Note: Where available, the PDF/Word icon below is provided to view the complete and fully formatted document
Disclaimer: The Parliamentary Library does not warrant or accept liability for the accuracy or usefulness of the transcripts. These are copied directly from the broadcaster's website.
Federal Government faces litigation over insu -

View in ParlViewView other Segments

Federal Government faces litigation over insulation bungles

Broadcast: 15/02/2010

Reporter: Emma Griffiths

The Federal Government now faces legal action from a man who survived electrocution in the bungled
foil insulation scheme.

Transcript

LEIGH SALES, PRESENTER: One issue the Opposition had been hoping would keep them on a roll in the
polls is the continuing scandal over the Government's foil insulation scheme. The Coalition set its
sights on Peter Garrett again today, accusing him of neglecting the issue by failing to attend an
emergency meeting of stakeholders in Canberra.

And, for the first time, the Federal Government is facing legal proceedings from alleged victim of
the insulation scheme. Lawyers for the man predict more people will join the push for compensation.

From Canberra, here's political reporter Emma Griffiths.

EMMA GRIFFITHS, REPORTER: Colin Brierley still lives under the roof that nearly killed him.

COLIN BRIERLEY, LITIGANT: Time will tell.

EMMA GRIFFITHS: Last September the 63-year-old climbed up there for a look and knelt on electrified
foil insulation.

COLIN BRIERLEY: Obviously I received an electric shock that actually went in the knee and came out
of the top of the head.

EMMA GRIFFITHS: He's now launching the first legal proceedings against the Federal Government
stemming from the insulation program. He says the accident has affected his memory and balance and
given him chest pains.

ROGER SINGH, LAWYER: He was living proof to the Government of the risks associated with the
insulation program.

COLIN BRIERLEY: I don't want to it to happen to anybody else, I really don't.

EMMA GRIFFITHS: The Opposition's called for urgent action to inspect the 48,000 homes that could be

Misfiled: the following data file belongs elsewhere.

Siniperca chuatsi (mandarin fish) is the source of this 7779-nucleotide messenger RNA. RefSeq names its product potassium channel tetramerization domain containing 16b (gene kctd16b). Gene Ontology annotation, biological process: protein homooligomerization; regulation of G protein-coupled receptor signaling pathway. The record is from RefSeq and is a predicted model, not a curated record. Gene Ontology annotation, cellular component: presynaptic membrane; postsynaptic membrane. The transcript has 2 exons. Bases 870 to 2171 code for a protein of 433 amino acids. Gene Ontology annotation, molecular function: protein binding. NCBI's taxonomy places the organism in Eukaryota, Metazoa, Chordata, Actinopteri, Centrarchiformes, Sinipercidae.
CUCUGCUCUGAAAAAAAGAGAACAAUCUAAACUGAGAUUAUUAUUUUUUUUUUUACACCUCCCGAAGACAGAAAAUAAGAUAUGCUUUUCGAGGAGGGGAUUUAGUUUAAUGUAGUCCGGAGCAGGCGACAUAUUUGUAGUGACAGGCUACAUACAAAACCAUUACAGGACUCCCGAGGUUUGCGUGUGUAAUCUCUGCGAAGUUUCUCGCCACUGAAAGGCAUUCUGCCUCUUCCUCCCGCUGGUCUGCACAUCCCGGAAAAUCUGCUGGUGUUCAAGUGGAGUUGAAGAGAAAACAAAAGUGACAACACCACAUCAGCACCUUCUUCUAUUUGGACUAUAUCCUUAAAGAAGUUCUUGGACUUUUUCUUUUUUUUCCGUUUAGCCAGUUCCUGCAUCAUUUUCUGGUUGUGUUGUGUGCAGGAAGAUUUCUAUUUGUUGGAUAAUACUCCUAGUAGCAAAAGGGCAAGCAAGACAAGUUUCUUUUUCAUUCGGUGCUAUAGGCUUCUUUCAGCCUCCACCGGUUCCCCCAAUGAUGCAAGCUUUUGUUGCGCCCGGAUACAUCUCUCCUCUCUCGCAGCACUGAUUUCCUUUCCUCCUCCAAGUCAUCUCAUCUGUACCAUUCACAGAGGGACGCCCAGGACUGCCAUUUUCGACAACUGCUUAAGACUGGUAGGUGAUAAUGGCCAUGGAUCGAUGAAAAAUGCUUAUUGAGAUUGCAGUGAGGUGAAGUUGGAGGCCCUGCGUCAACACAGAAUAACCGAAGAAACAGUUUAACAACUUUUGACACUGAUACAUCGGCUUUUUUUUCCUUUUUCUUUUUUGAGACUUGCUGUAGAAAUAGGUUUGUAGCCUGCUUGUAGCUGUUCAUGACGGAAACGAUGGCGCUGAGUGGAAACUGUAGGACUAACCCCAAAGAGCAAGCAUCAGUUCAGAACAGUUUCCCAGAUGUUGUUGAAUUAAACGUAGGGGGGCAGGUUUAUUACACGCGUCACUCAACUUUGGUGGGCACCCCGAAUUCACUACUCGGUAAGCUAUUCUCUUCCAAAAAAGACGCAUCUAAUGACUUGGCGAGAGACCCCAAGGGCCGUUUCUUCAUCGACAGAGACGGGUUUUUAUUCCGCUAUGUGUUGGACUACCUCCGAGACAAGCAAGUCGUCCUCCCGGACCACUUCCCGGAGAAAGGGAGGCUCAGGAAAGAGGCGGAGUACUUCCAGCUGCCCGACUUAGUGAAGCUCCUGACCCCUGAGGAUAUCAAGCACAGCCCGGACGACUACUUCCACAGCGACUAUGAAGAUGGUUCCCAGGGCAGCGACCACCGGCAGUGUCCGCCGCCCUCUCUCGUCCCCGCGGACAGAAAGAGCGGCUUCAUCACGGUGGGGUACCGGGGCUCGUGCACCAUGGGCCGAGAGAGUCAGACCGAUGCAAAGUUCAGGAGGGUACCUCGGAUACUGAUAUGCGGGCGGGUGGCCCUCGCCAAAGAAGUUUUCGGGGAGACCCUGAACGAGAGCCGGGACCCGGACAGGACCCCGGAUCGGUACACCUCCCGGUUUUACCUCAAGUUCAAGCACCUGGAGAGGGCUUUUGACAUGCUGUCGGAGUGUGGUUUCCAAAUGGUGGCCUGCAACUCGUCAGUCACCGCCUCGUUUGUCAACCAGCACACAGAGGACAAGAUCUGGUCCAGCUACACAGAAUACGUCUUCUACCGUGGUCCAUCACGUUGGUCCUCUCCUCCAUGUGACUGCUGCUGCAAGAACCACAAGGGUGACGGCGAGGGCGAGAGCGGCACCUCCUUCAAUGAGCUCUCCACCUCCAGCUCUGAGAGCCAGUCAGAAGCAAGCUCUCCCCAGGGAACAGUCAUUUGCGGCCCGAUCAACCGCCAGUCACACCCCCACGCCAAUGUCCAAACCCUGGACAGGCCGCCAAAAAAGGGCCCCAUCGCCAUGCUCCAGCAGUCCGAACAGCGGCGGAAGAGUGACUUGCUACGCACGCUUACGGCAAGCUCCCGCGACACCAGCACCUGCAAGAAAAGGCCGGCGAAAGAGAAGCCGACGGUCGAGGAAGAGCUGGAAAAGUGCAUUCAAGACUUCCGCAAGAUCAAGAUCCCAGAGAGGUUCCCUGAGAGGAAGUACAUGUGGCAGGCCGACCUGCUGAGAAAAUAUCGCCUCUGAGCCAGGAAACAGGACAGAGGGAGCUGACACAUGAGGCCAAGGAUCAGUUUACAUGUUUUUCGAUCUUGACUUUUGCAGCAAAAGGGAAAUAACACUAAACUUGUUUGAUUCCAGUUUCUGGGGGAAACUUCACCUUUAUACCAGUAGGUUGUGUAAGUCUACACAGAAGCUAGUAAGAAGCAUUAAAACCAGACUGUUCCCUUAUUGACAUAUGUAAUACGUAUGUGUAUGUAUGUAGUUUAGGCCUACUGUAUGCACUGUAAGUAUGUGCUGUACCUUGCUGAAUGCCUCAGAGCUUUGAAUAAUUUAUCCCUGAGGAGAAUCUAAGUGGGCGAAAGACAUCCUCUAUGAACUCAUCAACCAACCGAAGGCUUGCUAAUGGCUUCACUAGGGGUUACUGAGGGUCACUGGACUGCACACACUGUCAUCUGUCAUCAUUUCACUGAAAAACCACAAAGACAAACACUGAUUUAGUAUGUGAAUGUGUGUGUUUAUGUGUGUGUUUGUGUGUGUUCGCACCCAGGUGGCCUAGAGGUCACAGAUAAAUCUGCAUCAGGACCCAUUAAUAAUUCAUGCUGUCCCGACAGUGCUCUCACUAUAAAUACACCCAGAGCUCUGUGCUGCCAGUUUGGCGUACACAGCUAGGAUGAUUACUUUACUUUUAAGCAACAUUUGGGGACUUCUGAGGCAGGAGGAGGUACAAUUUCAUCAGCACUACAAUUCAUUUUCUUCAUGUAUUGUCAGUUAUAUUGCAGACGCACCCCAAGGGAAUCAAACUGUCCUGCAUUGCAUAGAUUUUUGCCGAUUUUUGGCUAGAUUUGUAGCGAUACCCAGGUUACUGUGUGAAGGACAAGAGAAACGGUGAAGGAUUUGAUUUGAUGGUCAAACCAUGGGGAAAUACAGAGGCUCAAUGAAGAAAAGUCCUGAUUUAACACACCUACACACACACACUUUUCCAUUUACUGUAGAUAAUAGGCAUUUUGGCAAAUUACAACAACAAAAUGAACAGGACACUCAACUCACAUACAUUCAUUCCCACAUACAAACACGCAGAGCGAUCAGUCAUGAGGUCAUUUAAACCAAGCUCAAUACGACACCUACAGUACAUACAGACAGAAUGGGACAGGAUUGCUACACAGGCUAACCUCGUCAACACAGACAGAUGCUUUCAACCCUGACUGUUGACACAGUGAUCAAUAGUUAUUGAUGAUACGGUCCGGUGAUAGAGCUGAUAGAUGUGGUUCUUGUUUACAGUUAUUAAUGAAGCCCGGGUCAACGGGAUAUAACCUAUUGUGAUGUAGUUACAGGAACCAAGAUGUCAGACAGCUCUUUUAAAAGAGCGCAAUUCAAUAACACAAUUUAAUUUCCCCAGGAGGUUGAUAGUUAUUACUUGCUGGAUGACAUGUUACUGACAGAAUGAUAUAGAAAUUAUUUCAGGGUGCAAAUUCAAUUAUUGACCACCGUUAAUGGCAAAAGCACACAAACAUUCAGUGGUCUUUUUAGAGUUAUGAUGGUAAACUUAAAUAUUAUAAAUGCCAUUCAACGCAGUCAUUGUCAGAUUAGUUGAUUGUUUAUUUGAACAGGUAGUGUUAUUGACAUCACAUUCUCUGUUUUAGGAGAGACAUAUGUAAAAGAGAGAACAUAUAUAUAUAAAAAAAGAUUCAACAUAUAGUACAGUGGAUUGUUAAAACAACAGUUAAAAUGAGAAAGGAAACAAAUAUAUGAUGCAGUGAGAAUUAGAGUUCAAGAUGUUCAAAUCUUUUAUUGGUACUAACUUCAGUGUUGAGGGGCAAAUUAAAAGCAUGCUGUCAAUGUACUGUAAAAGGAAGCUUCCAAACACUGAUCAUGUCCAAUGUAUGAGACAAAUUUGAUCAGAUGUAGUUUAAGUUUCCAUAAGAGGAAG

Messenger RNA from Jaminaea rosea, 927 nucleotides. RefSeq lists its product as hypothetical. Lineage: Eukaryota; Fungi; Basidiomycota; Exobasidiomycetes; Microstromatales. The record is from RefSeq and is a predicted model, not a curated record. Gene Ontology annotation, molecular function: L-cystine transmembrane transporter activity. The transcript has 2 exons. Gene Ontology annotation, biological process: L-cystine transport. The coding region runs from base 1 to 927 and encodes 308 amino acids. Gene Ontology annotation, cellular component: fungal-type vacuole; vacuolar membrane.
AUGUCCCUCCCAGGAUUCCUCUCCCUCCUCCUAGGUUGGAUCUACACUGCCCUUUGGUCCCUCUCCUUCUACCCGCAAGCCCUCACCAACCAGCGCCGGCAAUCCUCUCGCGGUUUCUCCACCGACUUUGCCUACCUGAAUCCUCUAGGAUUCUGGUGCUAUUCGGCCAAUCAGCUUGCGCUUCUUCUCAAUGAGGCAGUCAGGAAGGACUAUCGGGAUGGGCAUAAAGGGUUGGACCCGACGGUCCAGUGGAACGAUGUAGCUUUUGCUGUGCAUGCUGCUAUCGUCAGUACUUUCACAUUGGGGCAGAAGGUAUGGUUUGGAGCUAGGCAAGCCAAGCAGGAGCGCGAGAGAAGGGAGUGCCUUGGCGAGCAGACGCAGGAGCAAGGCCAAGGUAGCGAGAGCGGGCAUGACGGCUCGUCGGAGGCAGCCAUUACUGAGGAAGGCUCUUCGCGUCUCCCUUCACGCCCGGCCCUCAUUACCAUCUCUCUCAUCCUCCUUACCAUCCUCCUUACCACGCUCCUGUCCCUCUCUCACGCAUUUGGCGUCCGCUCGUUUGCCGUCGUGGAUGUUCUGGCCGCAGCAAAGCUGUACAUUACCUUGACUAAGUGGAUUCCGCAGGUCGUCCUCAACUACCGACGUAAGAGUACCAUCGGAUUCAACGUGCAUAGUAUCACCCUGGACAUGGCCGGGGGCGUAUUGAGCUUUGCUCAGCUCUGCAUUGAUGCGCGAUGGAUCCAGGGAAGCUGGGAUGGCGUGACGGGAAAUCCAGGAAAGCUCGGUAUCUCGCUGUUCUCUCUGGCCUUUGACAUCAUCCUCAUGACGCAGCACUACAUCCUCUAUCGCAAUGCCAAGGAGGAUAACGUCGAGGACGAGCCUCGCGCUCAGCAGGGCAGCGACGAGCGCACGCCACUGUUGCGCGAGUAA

affected.

GREG HUNT, OPPOSITION ENVIRONMENT SPOKESMAN: We want a plan within the next 48 hours and we want
action completed within the next two weeks to discover and repair all of the deadly roofs.

EMMA GRIFFITHS: And it's again targeted the Environment Minister, criticising him for going bush to
make a biodiversity announcement when they say he should have been in Canberra attending a meeting
with the unions and insulation industry.

TONY ABBOTT, OPPOSITION LEADER: For Mr Garrett to be off in some national park when people's homes
could be lethal thanks to his policy, I think indicates that he has completely lost touch.

PETER GARRETT, ENVIRONMENT MINISTER: I don't go to technical experts meetings in the ordinary
course of events. My officials go to those meetings, as they should. They'll provide me with the
appropriate reports for them and I'll listen very carefully to those discussions that have been
undertaken.

EMMA GRIFFITHS: One of the key stakeholders at the meeting urged Mr Garrett in October to
immediately withdraw the Government rebate for metal insulation products. The letter was sent after
the death of an installer and warned, "... the potential for further fatalities cannot be dismissed
...".

Nearly four months later, after more deaths, the rebate was suspended. Now the master electricians
say foil should only be used in new housing.

MALCOLM RICHARDS, MASTER ELECTRICIAN: Foil insulation's gonna be very difficult to put in the
ceilings with existing wiring in a safe manner and so we have a number of issues around placing
that in the ceiling.

EMMA GRIFFITHS: And there are still questions about the training regime for new installers, even
from within.

BRIAN TIKEY, FOIL INSULATION ASSOCIATION: We've probably gone from some 250 known installers right
across the country to some 7,000 installers. So where did they become experienced overnight?

EMMA GRIFFITHS: The ABC has obtained documents that raise more questions about the scheme. They
show that one business operating in Brisbane switched from being a telemarketer to home insulation,
and within weeks of being approved as an accredited supplier by the Federal Government, one of its
workers was killed trying to install foil into a roof.

The company says that staff member was working for a subcontractor at the time.

Emma Griffiths, Lateline.